Bridge Victims Accept State Payments

Ivy Chang, Editor | September 28, 2010

Last week, the state of Minnesota paid $37 million to 179 people, victims of the I-35W Bridge collapse, from its bridge fund created by the Minnesota Legislature in 2008.
Taxpayer money made up most of the first fund of $24 million from which individual claims of up to $400,000 were paid. A second fund of $12.6 million was paid to families of the 13 individuals who died and to survivors who had the most serious injuries.
Payments ranged from $4,500 to $2.2 million paid to a survivor who had broken bones and a head injury when the family van flipped in mid-air and crashed upside down on the bridge wreckage. 
The three-lawyer panel which decided on each settlement said the money is not taxable; it will replace what was lost. In addition, insurance companies cannot make claims on this money and those who have paid medical or property claims to survivors have signed waivers to that effect.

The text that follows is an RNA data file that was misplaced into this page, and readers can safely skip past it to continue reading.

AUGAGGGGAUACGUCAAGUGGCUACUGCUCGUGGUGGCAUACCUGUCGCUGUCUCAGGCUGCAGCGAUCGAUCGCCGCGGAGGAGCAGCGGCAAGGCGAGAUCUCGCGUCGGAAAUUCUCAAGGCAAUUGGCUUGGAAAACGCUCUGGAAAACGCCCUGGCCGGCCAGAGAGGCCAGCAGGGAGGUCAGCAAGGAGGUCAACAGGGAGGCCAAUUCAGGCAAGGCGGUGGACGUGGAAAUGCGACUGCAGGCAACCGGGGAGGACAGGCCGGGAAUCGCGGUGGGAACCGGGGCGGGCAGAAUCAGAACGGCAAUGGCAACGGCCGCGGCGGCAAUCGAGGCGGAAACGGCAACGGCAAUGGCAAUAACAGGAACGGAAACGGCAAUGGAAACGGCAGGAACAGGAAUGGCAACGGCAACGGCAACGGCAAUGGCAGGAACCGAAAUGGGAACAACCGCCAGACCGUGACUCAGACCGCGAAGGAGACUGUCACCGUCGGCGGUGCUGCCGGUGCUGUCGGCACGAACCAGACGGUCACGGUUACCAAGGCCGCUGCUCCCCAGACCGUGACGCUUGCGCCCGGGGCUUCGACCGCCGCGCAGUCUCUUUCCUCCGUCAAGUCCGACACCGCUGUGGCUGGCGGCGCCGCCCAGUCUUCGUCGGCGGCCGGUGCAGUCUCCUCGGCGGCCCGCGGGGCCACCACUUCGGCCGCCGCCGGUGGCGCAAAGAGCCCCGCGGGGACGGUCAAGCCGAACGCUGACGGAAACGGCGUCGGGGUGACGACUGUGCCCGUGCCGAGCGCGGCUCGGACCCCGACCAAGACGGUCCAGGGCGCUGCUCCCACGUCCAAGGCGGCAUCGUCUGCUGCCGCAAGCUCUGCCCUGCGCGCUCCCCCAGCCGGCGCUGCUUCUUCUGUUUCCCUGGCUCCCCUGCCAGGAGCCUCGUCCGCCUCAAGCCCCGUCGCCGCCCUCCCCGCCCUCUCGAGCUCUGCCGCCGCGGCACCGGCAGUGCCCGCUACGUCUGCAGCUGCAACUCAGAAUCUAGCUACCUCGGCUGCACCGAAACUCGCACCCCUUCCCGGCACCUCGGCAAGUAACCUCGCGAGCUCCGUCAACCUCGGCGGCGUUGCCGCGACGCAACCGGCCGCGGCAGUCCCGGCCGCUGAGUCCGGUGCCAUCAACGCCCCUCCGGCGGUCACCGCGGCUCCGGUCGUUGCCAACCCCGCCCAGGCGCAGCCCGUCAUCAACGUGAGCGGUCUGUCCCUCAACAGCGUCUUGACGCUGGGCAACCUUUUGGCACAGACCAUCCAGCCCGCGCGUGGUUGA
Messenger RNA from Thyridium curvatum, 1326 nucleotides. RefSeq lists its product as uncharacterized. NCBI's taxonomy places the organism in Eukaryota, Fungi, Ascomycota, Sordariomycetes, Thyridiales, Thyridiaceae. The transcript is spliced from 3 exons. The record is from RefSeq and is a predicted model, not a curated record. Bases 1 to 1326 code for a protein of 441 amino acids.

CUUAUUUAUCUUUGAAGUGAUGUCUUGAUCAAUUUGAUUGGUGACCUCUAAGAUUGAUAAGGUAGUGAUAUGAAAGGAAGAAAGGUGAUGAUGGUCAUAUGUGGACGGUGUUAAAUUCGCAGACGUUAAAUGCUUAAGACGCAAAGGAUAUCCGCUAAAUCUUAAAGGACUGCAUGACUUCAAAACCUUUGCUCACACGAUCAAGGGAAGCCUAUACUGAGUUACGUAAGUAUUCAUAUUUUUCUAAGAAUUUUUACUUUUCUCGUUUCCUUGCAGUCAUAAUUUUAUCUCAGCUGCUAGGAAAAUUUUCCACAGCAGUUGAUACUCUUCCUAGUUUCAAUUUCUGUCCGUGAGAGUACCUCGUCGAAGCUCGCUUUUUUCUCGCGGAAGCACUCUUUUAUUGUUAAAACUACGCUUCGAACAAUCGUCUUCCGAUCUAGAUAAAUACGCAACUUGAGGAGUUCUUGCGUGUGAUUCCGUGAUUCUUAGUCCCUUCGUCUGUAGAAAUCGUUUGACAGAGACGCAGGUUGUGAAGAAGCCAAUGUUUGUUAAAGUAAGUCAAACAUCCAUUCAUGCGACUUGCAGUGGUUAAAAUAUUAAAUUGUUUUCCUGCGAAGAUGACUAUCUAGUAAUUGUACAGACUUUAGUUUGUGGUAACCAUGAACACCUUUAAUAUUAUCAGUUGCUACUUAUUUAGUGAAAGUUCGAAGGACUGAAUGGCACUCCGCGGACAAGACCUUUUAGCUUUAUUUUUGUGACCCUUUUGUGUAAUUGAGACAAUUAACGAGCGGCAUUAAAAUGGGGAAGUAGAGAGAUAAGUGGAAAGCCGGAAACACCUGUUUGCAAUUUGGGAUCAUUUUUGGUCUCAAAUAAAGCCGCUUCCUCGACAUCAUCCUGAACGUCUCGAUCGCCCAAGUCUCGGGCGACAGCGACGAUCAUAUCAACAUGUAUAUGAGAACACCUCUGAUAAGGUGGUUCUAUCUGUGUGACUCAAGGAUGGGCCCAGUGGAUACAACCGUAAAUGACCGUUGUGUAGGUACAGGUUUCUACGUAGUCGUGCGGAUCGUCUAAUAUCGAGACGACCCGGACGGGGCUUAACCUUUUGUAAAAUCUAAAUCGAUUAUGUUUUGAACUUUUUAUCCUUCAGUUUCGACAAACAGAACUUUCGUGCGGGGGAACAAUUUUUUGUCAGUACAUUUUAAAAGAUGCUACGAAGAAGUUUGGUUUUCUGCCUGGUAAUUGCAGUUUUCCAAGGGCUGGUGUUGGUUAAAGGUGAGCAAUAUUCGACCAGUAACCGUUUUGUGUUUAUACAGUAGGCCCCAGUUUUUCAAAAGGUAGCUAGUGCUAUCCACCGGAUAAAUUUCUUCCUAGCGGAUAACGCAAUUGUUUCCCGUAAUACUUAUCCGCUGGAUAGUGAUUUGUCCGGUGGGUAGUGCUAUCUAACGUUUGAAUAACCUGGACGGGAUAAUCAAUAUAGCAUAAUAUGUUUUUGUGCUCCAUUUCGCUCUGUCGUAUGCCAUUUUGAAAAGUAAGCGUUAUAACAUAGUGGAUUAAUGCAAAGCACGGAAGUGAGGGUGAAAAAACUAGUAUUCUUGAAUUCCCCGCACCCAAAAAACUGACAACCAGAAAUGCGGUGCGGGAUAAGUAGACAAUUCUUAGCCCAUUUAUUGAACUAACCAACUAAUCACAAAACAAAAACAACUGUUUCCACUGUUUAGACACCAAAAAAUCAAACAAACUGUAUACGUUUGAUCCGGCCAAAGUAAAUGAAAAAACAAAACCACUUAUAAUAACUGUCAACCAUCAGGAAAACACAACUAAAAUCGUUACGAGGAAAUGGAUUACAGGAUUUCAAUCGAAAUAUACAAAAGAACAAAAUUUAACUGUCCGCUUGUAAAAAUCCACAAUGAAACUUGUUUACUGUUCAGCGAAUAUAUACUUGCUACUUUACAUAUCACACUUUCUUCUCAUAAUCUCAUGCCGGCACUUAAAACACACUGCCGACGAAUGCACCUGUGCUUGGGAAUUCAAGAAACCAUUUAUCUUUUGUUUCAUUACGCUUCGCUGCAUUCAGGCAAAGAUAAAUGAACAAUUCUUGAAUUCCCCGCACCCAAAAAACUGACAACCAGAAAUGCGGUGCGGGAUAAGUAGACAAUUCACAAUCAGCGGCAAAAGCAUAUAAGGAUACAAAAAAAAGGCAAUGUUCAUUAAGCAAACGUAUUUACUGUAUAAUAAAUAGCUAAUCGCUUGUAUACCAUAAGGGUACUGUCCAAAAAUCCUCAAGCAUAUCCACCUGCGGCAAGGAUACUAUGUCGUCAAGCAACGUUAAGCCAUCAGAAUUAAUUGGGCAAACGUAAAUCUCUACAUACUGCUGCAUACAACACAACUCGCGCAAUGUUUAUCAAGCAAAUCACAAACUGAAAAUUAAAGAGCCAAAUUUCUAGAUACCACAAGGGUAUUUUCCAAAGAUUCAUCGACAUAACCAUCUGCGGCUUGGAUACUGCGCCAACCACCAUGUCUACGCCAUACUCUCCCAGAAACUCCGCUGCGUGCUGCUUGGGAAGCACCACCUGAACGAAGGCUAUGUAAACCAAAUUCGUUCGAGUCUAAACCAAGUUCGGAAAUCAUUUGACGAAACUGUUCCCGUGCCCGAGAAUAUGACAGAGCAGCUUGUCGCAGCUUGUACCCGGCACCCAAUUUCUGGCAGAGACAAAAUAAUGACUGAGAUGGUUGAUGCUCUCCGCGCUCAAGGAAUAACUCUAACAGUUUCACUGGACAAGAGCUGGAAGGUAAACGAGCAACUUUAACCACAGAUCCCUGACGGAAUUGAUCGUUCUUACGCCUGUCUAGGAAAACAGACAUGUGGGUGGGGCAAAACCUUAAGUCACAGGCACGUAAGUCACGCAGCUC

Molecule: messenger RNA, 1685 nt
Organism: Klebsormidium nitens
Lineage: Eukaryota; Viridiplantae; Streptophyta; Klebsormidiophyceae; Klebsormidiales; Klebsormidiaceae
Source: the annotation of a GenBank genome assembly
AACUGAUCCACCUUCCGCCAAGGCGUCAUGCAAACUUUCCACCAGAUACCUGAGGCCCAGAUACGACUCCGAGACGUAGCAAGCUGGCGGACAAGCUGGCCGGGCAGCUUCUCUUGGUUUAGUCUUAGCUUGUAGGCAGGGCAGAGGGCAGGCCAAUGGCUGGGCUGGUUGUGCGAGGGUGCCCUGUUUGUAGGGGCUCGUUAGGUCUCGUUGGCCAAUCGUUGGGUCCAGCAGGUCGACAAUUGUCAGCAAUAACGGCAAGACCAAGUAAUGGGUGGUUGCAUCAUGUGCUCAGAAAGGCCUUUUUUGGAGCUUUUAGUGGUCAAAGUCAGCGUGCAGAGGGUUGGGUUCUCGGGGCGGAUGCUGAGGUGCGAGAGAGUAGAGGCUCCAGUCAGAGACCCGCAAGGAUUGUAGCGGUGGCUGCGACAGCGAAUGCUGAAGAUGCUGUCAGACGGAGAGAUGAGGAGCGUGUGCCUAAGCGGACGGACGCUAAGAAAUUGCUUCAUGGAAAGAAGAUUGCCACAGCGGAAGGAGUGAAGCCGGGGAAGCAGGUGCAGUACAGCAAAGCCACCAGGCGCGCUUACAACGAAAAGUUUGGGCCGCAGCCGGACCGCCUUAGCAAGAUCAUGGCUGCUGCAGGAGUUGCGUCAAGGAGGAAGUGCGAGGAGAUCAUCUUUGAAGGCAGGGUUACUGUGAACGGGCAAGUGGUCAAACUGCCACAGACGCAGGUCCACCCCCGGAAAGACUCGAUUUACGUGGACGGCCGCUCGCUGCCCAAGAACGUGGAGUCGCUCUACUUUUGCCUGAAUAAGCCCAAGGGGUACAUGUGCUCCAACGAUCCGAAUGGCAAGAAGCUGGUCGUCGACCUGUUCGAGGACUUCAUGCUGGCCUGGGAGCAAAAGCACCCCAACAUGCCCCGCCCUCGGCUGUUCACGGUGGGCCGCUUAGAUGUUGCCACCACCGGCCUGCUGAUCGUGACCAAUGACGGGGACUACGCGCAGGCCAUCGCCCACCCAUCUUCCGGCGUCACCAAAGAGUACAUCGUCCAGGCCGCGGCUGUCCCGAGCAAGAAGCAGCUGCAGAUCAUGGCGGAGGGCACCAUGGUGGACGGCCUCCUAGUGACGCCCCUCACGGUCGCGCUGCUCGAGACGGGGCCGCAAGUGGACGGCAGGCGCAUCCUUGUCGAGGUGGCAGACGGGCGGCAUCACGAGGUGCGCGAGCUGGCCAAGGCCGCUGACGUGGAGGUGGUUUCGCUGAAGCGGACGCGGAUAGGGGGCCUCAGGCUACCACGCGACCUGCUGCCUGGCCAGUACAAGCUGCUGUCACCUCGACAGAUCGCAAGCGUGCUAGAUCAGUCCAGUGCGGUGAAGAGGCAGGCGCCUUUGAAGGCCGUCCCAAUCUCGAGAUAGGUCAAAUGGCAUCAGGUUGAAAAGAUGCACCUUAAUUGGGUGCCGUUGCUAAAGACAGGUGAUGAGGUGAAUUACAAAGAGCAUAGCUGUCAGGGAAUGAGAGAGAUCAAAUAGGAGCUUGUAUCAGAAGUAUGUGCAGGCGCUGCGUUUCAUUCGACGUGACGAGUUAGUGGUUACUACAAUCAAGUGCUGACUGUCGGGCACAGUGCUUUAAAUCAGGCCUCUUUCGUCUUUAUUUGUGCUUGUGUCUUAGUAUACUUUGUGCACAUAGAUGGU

Survivors who are minors will have their settlements put into special accounts which they can access when they become adults, except money to be used for medical expenses.
Settlements end the state’s compensation program while private lawsuits are underway. Relatives of the 13 people who died and more than 100 survivors are part of a group that is planning to sue URS, the engineering consulting firm to the Minnesota Department of Transportation on maintenance of the I-35W Bridge, and PCI, the construction company working on the bridge deck when the bridge collapsed on August 1, 2007.
The list of people and their settlements is public information and was posted online. The Legislature took testimony from survivors after the settlements were paid on the effectiveness of the relief fund.